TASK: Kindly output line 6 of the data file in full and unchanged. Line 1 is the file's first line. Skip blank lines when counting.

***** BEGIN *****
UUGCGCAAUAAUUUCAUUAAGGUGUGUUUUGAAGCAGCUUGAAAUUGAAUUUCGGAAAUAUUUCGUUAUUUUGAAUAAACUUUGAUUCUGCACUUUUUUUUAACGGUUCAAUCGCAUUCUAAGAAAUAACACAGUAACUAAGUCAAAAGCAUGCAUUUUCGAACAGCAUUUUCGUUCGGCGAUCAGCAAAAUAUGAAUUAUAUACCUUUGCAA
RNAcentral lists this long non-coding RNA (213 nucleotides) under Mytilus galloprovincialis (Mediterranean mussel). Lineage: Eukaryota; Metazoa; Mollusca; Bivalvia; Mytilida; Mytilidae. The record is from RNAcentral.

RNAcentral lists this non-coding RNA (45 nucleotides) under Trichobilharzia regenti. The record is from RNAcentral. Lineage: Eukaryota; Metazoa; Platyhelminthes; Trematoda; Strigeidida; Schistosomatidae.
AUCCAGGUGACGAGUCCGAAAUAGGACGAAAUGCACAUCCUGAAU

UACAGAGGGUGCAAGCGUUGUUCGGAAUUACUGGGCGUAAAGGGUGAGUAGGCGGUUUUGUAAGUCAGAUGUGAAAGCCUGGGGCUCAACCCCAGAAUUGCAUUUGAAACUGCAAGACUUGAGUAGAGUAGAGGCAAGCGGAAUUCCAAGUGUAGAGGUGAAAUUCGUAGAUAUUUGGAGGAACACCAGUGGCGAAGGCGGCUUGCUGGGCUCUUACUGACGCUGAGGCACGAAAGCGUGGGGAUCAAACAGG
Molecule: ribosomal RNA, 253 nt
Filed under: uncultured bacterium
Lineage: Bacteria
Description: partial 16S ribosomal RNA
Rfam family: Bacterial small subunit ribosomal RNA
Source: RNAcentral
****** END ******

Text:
Molecule: ribosomal RNA, 253 nt